vs a HOPE scholarship of $2,280

                So Russ, I know exactly what you are talking about…

        • Normaltown Mike

          they do, it’s called the Hope Scholarship. If they can’t maintain a 3.0, you need to find a school commensurate with abilities.

          • 83dawg

            Do you have a kid in college with a HOPE scholarship?
            Do you understand it pays at least $1,000 less than tuition?

  4. DawgPhan

    No UGA students shouldnt be kicking in for the athletic department.

    Also we are closer to Utah and Colorado when it comes to spending than we are to Alabama.

    People act like the difference was the coach. Or that CKS can bang on the desk and spend a little more on recruiting that ADGM is comfortable with and that will move us closer.

    We are literally $100million or more behind all of our rivals. The IPF plays a little catch up, but it isnt enough. Think about the number of people and resources that an extra $3million/month in spending gets you. That is where we need to be.

  5. JCDAWG83

    I’d say Clemson shows you don’t have to win the money battle to do well.

    • Bulldog Joe

      Clemson’s booster club IPTAY raised over $60M last year and is on track to raise well beyond that number this year.

      Add those numbers in and Clemson is more than competitive financially.

  6. Bulldog Joe

    Georgia is still last in the conference in spending for baseball and men’s basketball by wide margins.

    It is absolutely embarrassing. These guys deserve an opportunity to be competitive.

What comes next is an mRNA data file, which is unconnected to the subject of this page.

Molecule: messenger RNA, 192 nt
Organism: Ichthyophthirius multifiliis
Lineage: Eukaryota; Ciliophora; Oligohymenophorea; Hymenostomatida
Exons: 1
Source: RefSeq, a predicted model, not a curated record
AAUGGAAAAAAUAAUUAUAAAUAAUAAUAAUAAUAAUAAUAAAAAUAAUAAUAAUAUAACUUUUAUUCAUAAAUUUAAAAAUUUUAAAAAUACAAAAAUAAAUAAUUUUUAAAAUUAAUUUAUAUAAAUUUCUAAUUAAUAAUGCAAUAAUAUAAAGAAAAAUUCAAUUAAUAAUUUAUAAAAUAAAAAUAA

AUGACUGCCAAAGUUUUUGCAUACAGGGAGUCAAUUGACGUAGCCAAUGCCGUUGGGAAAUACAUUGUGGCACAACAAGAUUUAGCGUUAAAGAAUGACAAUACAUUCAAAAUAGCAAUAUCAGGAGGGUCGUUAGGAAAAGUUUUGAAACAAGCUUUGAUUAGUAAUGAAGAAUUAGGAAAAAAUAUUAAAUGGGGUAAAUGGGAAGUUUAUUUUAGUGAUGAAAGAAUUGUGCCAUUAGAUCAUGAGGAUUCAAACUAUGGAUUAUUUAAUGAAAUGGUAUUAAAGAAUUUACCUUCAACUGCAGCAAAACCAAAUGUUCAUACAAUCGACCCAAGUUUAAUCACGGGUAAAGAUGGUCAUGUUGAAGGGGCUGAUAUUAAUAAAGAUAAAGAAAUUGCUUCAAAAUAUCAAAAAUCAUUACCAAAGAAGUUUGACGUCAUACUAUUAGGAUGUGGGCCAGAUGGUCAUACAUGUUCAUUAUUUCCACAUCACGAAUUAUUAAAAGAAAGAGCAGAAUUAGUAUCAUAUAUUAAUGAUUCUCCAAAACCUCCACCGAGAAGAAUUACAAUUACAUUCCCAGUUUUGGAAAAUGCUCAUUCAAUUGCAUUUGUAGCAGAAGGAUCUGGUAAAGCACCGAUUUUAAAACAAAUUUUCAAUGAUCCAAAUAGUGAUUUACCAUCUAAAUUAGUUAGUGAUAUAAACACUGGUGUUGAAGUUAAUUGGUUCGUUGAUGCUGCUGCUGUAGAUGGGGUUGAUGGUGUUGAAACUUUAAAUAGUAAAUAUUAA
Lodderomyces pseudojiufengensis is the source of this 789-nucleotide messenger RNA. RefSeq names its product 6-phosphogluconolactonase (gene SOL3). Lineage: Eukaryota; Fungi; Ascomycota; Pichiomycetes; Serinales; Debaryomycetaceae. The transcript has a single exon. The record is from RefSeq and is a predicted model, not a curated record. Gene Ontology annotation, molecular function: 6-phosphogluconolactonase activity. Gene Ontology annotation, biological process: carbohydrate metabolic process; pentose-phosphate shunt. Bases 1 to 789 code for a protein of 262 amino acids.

http://ope.ed.gov/athletics/GetOneInstitutionData.aspx

    • Chi-town Dawg

      +1 – And these are sports where metro Atlanta is absolutely loaded with talent. That’s been one of my issues for a while and both facilities are woefully outdated compared to other SEC teams. I realize baseball usually doesn’t generate a profit, but it’s very visible on the SEC network and CWS plus there’s no reason basketball shouldn’t produce a profit for us if we field a competitive team. They NCAA tourney money is significant for the teams who make it and progress to the sweet 16 or final 8.

    • PTC DAWG

      Agree, makes absolutely no sense.

  7. Scratchy

    A job in UGAA Admin, is the best of all worlds. All the money and resources in the world and no pressure to perform. The bounty is not for shareholders, customers or products, but for job security and the staff to enjoy. The GAA operates as a financial fiduciary and nothing changes.

  8. Nashville West

    The PAC 12 average numbers are slightly skewed since two of their most successful programs, USC and Stanford, are private schools who don’t publicly report numbers. The same could be said about the Big 12 where TCU and Baylor don’t report. Vandy and Northwestern not reporting probably helps the SEC and Big 10 averages while the public and private schools in the ACC roughly balance each other.

  9. Macallanlover

    “and Georgia’s getting….bucked>” FIFY Agent Mcfrugal is the Gaytor’s revenge for Agent Muchamp. How long will they be spiteful, surely his time is almost over.

    • Dog in Fla

      He’s only somewhere in the general vicinity of Year 2 of the Second Five Year Plan. Until they extend his contract for recruiting purposes. Or until the Just For Men® product supply runs out

      “Evidently McGarity’s superiors believe he’s doing a good job. In May, UGA President Jere Morehead and the athletic association’s board of directors approved a contract extension and raise for McGarity that will keep him as the Bulldogs’ AD through June of 2019.

      When he was hired five years ago, he intimated that he couldn’t see staying in the job for much more than 10 years.

      “I don’t know. I’m fortunate to have a contract through 2019,” McGarity said. “It’s definitely the plan to serve through that commitment. That’ll be 10 years. But I’m not focused on that. I’m just focused on Year 6 and all the excitement that’s being generated right now.”

      https://www.dawgnation.com/football/5-years-later-story-still-being-written-on-greg-mcgarity

  10. TnDawg

    These numbers are for the school revenue in each conference.
    How about what the conference office itself brings in and pays out?
    How’s that look? Bet the rankings are close to the same.